A heartwarming story about a boy, some cricket bats and Art.
We are also known as Willo and we have a clear purpose. To inspire authentic connections for all people who live with intellectual challenges to their community.
People with intellectual challenges, or more commonly known as neurodiversity, constitute a very high risk of exclusion at a community level. They are often denied opportunities to fully participate in the activities of their communities because they are seen as not able: they are seen as disabled.
Willo inspires communities to connect with disability and turn fear and ignorance into acceptance and understanding.
Willo has inspired artists worldwide to paint cricket bats that have been refurbished by community groups and, people living with intellectual challenges.
The bats are exhibited and auctioned, and 100% of funds raised goes into creating community-owned, community-driven and community-managed services, places and programs for “all abilities” within the various communities.
These communities are united through cricket, and art, and conversations that revolve around inclusion.
Willo communities work to build sustainable relationships and forge lasting change in how all people are seen, accepted and included.
Importantly, to stop the belief that it is ok to isolate and exclude people deemed different, and lacking in ability.
Willo believes that if we can change the behaviour of individuals' behaviour, we can change the behaviour of communities.
Where There’s a Will … there is always a way.
Ange Clarke CEO & Founder
Will is a young man who lives with Autism Spectrum Disorder. For most of his life, he has been faced with significant challenges. Will cannot read or write and finds conversational communication challenging. In addition, his fine and gross motor skills are affected, which means he cannot do the most basic daily tasks, and requires assistance with certain aspects of his daily life.
At 24 years old he has played and loved cricket since he was seven.
In order for Will to participate, his family have always had to create the opportunity, and Will had to rise to those challenges. So, with Wills tenacity and resilience, his love of life and his passionate love of sport, especially cricket, we started Where There’s A Will.
The idea was to teach Will skills through refurbishing cricket bats.
It is now the catalyst for communities to learn how to change the way they see, include, and support people with intellectual and physical challenges.
Not only has Will rallied together a massive community throughout Australia, but he has also created more awareness about the ability in the disability, the need for communities to come together to integrate and support those living with differences and, he has combined a love of cricket and art into amazing exhibitions.
Will has engaged with the local men's shed in Bowral, Robertson, Heyfield and Minlaton and numerous schools to help with the bats' sanding and mentor people with intellectual disabilities to increase their skills.
Willo has partnered with numerous disability support providers across Australia to become a place of skill development, and mentoring, for young people living with intellectual disabilities. Refurbishing, packaging and sourcing the bats as the demand grows for exhibitions around Australia.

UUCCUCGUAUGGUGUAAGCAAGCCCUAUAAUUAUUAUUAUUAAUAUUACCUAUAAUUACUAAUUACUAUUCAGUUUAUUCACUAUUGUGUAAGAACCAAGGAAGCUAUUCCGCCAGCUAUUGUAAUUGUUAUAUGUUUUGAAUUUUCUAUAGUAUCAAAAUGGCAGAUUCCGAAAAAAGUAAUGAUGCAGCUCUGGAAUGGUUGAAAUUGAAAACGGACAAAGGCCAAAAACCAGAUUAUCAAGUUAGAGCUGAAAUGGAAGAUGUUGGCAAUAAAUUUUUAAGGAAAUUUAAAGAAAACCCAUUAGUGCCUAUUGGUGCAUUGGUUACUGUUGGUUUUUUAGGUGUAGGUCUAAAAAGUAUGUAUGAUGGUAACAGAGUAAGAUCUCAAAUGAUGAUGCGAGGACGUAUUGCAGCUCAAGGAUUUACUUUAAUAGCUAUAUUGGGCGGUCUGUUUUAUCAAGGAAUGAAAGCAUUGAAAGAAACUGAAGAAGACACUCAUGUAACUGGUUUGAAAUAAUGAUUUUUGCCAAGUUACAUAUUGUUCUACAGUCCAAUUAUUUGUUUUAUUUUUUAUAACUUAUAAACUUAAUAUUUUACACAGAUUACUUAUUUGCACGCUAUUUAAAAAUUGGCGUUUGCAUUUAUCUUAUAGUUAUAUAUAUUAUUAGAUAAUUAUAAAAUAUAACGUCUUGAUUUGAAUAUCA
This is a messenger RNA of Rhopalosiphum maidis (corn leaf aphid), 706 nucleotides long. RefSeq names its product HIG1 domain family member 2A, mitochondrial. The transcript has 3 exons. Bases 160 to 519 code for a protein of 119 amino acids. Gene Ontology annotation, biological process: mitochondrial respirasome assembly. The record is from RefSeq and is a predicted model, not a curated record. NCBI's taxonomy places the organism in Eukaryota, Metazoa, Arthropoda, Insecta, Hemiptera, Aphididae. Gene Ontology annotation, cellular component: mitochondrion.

Will has become the inspiration behind Willo and travels communities to invite people to get to know him on behalf of all those who live with intellectual challenges.
He is inspiring and influential because he lives life authentically and by example, and inspires people to see beyond the label, the behaviour and the perceived disabilities. To affect one person at a time means we can affect the behaviour of communities to be more inclusive.
The latest community exhibition of artist decorated cricket bats is in Heyfield, Victoria and has been supported by a number of MAVA Inc. Artists. The live event and auction is this Saturday evening, November 6, at Heyfield Memorial Hall.
About Heyfield Bats for Will
Regional Victorian Artist and Willo Ambassador Tams Hesz (@soul.stories) connected 120 incredible and diverse artists from around Australia to her town of 2000 residents. In addition, she has taught, mentored, and inspired 72 children from Heyfield Primary School to create art on a cricket bat and talk about inclusive behaviour.
Tams has motivated the men's sheds from Heyfield, Maffra, Stratford and Sale to help refurbish cricket bats. She has spoken on numerous media platforms, delivered cricket bats across the state and, inspired Heyfield Cricket Club to support her mission for Heyfield to be part of the Willo dream of inclusive communities.
Tams has become part of a team of people inspiring their communities to change for the better. The Australian Human Rights Commission inquiry found that the major barriers for people with disabilities to engage within their communities include lack of access to education and training, inaccessible work environments, misconceptions, stigma, and discrimination. For this reason, Willo and Heyfield and the participating artists are collaborating to support this wonderful cause.
If you are one of the MAVA artists who have painted a bat for @heyfieldbatsforwill, let us know in the comments so everyone can check out your work!